None of these answers are correct. There is no conclusive evidence that any of these surrogate markers should be routinely
measured as part of a cardiovascular risk assessment.
There is no evidence that reducing an elevated level of lipoprotein (a) results in a reduction in the incidence of
first or subsequent cardiovascular events. In addition, lipoprotein (a) levels are hard to alter clinically. Therefore
widespread testing of lipoprotein (a) levels and attempts to reduce levels are neither recommended nor warranted.
Folic acid is known to lower homocysteine levels, however this does not appear to reduce cardiovascular risk. There
is no evidence that homocysteine is a reliable marker of cardiovascular disease.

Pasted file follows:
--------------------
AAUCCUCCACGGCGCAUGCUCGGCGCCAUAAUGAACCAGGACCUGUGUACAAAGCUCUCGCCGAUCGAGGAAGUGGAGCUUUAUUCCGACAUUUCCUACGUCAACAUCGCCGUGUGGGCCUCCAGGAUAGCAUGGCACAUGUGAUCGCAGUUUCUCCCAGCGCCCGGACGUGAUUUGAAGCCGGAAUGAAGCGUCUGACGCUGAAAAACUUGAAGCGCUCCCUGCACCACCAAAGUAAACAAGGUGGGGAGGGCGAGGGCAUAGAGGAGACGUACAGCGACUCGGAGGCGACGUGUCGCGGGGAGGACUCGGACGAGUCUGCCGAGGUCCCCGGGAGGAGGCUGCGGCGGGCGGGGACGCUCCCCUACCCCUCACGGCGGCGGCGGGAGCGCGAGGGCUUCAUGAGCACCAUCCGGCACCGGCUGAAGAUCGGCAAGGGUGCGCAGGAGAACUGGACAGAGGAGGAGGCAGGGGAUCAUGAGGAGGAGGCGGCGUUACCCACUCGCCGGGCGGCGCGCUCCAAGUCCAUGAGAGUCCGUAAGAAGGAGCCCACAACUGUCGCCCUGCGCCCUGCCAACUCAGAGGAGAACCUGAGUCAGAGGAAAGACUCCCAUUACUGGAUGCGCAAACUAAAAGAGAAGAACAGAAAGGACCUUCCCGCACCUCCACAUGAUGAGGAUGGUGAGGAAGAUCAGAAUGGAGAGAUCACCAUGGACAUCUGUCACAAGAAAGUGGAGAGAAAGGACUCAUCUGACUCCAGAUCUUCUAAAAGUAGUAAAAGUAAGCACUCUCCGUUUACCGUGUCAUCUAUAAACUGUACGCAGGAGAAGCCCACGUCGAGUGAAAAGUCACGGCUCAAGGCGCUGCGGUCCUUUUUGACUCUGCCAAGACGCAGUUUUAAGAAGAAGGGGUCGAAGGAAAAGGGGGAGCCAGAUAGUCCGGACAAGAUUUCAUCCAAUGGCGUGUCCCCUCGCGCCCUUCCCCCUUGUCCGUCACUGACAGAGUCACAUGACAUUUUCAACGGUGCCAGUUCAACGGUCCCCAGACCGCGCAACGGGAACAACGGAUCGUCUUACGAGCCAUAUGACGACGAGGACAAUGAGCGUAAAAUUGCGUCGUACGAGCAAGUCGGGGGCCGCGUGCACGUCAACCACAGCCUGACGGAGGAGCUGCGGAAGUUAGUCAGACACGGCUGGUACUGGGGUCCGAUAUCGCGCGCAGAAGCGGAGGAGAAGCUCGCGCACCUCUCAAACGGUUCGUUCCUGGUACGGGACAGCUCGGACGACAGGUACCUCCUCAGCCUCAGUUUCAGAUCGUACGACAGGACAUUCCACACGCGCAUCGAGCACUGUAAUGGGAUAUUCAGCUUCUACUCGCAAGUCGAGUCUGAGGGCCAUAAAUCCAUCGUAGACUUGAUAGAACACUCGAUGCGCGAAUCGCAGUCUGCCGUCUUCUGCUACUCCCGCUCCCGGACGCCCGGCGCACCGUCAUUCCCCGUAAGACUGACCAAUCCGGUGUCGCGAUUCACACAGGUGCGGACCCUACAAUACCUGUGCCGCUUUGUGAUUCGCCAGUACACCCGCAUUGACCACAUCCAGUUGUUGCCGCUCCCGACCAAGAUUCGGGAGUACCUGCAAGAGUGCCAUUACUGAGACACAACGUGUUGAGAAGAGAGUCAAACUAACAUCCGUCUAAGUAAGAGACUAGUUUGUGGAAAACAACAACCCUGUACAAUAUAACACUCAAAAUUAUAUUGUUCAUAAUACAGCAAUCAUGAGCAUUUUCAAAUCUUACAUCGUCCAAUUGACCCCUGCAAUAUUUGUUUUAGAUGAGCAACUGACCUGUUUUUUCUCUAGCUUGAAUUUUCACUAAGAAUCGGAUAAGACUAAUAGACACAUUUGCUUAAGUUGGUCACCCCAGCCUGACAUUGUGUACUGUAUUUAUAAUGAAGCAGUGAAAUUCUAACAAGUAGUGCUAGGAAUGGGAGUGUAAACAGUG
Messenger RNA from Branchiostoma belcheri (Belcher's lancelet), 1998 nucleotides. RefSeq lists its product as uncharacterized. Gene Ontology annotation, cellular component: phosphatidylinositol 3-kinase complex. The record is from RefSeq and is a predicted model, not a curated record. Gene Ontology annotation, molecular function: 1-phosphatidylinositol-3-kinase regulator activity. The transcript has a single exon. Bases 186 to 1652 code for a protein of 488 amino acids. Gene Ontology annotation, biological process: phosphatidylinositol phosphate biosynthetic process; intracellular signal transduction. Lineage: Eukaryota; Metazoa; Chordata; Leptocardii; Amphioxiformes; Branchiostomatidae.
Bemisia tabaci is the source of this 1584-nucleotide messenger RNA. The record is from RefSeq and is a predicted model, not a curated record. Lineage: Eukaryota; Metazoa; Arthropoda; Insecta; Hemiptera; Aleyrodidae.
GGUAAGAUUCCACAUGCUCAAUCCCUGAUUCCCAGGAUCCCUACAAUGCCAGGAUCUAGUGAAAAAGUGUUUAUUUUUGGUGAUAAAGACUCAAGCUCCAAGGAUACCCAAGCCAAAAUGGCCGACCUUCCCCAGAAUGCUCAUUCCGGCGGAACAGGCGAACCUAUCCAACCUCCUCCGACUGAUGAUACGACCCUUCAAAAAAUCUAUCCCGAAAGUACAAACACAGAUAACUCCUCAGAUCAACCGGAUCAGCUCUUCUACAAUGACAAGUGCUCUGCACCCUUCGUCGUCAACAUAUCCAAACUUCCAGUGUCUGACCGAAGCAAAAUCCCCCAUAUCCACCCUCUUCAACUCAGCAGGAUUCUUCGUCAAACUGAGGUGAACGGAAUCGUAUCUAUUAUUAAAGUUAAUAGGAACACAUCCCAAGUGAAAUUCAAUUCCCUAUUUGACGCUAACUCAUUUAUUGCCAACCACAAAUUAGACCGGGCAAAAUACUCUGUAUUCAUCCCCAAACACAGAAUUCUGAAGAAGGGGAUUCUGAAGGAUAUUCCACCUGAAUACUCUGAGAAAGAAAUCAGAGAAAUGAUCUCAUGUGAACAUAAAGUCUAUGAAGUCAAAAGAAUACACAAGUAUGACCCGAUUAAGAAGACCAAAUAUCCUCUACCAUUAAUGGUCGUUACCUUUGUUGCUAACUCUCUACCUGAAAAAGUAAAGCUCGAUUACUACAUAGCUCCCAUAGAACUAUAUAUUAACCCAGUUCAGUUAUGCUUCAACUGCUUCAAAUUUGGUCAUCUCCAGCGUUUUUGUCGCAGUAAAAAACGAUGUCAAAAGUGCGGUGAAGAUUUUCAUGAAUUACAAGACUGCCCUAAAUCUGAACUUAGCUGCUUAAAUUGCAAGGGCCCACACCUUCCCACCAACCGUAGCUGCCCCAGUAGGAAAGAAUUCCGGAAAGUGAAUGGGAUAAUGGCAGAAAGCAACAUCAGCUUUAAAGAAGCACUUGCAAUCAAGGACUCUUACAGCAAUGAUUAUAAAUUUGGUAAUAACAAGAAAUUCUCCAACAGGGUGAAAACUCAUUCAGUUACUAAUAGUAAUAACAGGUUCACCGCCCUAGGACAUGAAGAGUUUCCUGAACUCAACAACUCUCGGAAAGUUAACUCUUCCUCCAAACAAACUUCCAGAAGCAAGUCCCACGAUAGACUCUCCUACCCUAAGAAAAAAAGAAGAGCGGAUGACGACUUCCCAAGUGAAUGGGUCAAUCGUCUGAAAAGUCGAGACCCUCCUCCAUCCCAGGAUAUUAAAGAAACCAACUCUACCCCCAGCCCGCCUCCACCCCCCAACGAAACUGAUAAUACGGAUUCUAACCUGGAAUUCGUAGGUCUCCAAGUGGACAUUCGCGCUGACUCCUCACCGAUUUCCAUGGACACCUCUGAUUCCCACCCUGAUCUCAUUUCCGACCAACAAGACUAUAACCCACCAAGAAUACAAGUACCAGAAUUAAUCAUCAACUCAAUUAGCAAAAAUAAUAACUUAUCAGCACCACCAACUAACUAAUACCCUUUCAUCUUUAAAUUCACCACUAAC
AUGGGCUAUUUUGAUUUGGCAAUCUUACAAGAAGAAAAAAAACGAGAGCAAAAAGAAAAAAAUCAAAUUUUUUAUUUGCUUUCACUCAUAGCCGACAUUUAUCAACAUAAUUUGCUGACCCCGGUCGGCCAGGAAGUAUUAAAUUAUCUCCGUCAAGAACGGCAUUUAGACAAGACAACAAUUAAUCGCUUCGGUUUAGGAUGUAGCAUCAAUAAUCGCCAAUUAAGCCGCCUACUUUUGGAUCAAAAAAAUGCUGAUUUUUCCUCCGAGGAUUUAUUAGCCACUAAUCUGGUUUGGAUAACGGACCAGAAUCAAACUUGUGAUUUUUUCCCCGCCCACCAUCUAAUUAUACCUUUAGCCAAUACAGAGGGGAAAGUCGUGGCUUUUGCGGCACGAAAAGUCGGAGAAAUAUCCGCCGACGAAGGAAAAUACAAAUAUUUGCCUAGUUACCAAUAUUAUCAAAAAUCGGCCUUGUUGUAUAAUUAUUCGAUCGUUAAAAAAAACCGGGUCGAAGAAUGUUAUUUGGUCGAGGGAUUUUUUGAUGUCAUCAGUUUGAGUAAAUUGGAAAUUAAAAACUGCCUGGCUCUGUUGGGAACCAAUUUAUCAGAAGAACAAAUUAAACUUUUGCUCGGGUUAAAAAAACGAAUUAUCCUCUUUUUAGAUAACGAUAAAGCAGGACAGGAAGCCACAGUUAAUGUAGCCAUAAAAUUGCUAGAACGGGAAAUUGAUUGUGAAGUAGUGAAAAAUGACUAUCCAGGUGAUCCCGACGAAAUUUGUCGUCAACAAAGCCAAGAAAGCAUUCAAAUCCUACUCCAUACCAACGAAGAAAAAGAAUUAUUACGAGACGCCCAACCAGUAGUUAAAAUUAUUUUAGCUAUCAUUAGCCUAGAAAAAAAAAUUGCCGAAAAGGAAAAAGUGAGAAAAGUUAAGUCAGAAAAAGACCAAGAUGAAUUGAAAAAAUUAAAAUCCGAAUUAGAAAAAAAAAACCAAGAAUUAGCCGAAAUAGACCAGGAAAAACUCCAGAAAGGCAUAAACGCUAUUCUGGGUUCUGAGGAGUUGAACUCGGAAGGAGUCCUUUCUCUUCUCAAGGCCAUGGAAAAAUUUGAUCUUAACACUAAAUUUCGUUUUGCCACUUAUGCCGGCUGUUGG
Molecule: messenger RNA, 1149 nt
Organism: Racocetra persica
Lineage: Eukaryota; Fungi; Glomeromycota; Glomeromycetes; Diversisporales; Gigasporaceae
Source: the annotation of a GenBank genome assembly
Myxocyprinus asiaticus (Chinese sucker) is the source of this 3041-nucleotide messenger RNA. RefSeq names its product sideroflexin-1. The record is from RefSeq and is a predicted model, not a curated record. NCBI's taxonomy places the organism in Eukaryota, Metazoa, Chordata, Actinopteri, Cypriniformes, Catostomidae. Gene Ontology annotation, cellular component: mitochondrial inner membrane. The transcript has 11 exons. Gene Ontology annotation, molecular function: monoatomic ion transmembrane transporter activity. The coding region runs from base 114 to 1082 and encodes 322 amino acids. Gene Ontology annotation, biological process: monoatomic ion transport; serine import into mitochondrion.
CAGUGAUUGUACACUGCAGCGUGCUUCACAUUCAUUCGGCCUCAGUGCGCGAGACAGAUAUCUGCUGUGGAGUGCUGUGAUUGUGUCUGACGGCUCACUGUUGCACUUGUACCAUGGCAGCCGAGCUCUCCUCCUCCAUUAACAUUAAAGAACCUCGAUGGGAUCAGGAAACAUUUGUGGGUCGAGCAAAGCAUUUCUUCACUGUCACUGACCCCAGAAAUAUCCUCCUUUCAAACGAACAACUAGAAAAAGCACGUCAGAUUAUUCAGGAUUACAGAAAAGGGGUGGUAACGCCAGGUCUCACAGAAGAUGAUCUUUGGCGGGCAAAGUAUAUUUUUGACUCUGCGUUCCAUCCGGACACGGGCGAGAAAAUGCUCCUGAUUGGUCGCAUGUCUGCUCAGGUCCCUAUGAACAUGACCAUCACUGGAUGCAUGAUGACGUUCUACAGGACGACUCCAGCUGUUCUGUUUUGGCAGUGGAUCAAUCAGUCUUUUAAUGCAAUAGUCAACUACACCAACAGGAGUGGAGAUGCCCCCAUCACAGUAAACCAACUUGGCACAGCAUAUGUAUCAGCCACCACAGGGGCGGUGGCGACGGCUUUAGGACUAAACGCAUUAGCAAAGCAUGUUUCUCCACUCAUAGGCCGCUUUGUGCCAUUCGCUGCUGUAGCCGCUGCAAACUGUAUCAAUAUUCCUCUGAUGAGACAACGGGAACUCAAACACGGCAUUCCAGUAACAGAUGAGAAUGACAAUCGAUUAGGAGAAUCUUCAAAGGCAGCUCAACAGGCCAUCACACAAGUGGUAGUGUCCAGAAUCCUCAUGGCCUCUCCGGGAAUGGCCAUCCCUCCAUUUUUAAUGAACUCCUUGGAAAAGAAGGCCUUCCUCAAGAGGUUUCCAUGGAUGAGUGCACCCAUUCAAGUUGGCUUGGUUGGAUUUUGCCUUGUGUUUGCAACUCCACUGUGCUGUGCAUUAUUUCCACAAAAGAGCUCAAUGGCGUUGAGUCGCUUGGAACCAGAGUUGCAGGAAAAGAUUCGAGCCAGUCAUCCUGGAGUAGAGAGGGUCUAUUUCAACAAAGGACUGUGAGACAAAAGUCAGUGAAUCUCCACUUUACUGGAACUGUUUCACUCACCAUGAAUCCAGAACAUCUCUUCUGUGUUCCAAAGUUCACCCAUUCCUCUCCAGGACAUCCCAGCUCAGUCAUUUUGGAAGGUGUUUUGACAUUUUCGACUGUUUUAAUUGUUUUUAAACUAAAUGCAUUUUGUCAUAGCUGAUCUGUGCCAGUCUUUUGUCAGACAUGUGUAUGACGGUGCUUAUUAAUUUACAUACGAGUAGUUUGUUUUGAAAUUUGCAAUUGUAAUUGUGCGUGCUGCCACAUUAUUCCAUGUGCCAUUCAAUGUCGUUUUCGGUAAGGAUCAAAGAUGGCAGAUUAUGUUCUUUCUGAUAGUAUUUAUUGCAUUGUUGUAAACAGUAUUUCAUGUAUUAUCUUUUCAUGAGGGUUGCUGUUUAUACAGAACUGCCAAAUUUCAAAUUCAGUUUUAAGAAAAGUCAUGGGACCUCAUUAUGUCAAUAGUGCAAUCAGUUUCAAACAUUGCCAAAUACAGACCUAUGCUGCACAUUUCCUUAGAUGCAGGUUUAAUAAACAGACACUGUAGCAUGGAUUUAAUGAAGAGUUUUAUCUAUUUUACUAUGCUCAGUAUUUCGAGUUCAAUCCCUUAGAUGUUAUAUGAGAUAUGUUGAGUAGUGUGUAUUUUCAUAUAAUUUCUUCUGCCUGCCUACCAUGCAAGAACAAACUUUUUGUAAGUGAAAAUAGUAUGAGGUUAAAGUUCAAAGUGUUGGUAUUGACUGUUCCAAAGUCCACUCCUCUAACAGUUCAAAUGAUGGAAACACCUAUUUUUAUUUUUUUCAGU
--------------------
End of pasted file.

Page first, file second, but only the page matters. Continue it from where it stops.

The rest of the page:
The evidence is inconclusive whether high sensitivity CRP (HsCRP) has a direct effect on cardiovascular risk prediction.
Elevated HsCRP could indicate atherosclerosis, but levels can also be temporarily raised by inflammation. In addition,
there is significant individual variation in baseline levels.
Observational studies have shown an association between low vitamin D levels and increased risk of cardiovascular
events. There is also a suggestion that vitamin D has a protective effect in terms of cardiovascular risk, for patients
using calcium supplements. However, the evidence is limited and not sufficient to justify widespread vitamin D supplementation
There is mixed evidence as to whether uric acid is an independent marker of cardiovascular risk. Although over one
quarter of respondents selected uric acid as a marker that should be routinely measured as part of cardiovascular risk
assessment, the jury is still out.